Hurricane Katrina churned through Florida’s densely populated south-eastern coast today with sustained 80mph winds and lashing rain.
Two people were killed by falling trees.
The storm strengthened into a Category 1 hurricane yesterday just before it made landfall along the Miami-Dade and Broward county line between Hallandale Beach and North Miami Beach. Weather experts said flooding was the main concern as the storm dropped 10ins of rain in Key Biscayne.
Rain fell in horizontal sheets, seas were estimated at 15ft and wind gusted to 92mph, toppling trees and street signs. Florida Power & Light said more than a million customers were without electricity.
A flyover under construction in Miami-Dade County collapsed on to a highway, authorities said. No injuries were immediately reported.
Earlier, Katrina was centred in north-west Miami-Dade County, heading west at 6mph. An estimated 5.9 million Florida residents were in Katrina’s projected path.
The storm proved fatal for two people who ignored warnings to stay inside until the worst was over. A man in his 20s in Fort Lauderdale was crushed by a falling tree as he sat alone in his car, while a pedestrian was killed by a falling tree in the Fort Lauderdale suburb of Plantation.
“The message needs to be very clear. It’s not a good night to be out driving around,” National Hurricane Centre director May Mayfield.
“The back side of the core of the hurricane has yet to come. It’s not over yet.”
The usually bustling streets of Miami Beach, a tourist haven, were largely deserted as the storm pounded the area. The city is hosting celebrities and partygoers in town for the MTV Video Music Awards.
MTV called off its pre-awards festivities for yesterday and today.
“It’s like a ghost town out here,” said Mark Darress, concierge at The Astor Hotel in Miami Beach. “I see the random, not-so-smart people, riding scooters every now and then.”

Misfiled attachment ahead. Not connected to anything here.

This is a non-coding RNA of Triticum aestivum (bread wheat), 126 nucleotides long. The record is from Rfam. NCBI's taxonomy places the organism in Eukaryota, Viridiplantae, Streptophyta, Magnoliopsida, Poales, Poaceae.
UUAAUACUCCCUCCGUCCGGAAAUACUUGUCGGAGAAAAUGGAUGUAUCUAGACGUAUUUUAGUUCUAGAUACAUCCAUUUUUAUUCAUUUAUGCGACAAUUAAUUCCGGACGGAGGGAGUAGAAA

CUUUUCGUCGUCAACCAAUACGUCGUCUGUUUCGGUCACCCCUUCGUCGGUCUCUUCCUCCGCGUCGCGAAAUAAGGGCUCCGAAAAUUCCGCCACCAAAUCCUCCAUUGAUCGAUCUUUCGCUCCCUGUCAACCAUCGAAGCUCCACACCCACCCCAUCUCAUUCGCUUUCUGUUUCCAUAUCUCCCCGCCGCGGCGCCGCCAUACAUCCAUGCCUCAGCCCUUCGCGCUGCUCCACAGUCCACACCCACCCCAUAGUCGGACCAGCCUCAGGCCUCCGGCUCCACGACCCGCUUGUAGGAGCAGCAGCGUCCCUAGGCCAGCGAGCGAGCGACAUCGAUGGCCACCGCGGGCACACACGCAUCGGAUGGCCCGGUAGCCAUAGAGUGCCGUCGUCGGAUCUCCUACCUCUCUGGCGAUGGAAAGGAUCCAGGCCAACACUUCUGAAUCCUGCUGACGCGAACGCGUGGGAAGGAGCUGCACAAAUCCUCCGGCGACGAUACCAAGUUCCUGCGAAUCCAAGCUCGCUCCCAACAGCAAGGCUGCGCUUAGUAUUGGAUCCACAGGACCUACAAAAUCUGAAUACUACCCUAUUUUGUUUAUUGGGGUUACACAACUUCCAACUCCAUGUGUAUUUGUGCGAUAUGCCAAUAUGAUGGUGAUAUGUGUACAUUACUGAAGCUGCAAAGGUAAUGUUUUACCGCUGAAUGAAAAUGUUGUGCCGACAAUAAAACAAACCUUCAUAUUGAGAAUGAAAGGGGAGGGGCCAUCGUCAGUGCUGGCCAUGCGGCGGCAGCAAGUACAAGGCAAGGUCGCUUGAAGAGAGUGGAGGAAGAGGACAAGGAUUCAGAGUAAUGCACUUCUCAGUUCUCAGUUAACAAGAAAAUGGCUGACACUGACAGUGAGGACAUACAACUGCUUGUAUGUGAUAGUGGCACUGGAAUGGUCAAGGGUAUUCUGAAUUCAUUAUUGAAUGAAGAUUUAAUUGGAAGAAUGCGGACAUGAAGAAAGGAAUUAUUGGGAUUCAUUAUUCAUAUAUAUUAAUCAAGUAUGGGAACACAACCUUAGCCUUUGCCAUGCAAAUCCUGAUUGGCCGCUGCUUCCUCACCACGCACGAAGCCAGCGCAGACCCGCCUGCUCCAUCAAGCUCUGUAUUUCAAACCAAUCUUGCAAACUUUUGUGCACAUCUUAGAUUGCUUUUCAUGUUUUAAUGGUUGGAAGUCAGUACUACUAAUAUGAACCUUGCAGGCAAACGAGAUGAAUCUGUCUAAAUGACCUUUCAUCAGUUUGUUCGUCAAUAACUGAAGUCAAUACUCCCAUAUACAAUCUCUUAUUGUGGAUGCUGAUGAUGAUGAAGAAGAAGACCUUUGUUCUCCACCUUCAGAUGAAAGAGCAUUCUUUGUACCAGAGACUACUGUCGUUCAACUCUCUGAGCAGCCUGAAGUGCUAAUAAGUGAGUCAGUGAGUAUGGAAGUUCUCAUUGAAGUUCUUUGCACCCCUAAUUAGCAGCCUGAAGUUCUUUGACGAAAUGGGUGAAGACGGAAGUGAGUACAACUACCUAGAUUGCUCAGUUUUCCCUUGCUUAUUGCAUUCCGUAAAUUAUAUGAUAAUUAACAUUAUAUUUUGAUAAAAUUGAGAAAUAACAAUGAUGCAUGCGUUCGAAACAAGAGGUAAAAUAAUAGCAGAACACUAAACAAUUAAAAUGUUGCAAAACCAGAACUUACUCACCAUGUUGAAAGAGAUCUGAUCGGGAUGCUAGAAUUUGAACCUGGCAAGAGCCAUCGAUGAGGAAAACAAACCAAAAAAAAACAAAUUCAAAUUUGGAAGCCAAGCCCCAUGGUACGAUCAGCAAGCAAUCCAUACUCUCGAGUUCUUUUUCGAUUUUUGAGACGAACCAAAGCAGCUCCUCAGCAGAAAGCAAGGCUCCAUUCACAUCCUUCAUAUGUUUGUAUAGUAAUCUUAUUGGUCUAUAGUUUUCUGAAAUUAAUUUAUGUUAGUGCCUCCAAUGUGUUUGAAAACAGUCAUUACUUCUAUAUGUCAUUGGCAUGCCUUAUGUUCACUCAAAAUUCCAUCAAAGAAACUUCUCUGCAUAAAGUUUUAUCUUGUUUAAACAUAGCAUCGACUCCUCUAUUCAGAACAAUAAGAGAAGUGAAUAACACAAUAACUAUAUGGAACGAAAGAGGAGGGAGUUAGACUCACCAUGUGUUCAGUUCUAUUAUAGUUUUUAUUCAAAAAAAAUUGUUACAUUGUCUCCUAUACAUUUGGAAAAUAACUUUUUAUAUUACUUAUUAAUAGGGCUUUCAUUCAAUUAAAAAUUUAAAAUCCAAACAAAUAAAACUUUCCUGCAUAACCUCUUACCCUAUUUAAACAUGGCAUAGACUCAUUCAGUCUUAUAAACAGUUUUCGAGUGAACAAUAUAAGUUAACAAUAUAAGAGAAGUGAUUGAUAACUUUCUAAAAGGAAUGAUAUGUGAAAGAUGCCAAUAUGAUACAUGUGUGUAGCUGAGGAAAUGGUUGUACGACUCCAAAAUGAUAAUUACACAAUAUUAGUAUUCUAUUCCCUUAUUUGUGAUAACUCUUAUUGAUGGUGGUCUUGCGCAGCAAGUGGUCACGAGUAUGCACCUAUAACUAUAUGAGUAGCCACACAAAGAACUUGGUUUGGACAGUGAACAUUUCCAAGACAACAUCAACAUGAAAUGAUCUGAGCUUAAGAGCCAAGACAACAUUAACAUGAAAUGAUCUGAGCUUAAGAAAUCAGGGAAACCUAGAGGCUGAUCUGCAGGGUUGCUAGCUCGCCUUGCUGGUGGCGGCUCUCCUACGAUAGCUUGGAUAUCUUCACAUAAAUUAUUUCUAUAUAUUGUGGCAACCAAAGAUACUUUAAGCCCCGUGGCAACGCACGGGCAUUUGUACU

Tourists and others hoping to get out of town before the storm were stranded as airlines cancelled flights at Miami and Fort Lauderdale airports, which both closed early today.
Before the hurricane struck, Floridians wary of Katrina prepared by putting up shutters, stacking sandbags in doorways and stocking up on supplies.
Governor Jeb Bush urged residents to prepare because Katrina was expected to bring “tremendous rain” to Florida. “In essence, this is a very dangerous storm. It’s important to take this seriously,” Bush said.
The hurricane forced MTV to cancel or postpone some of the performances leading up to its award show, including festivities celebrating the release of Ricky Martin’s new album. The show itself, planned for Sunday in Miami Beach, is not expected to be affected.
Category 1 storms have maximum sustained winds of 74 to 95mph and wind damage to secured structures is usually minimal. Weather officials said Katrina was mostly a rain event, with flooding the main concern.
Katrina is the second hurricane to hit the state this year – Dennis hit the Panhandle last month – and the sixth since August 13, 2004. Katrina formed over the Bahamas and was expected to cross Florida before heading into the Gulf of Mexico.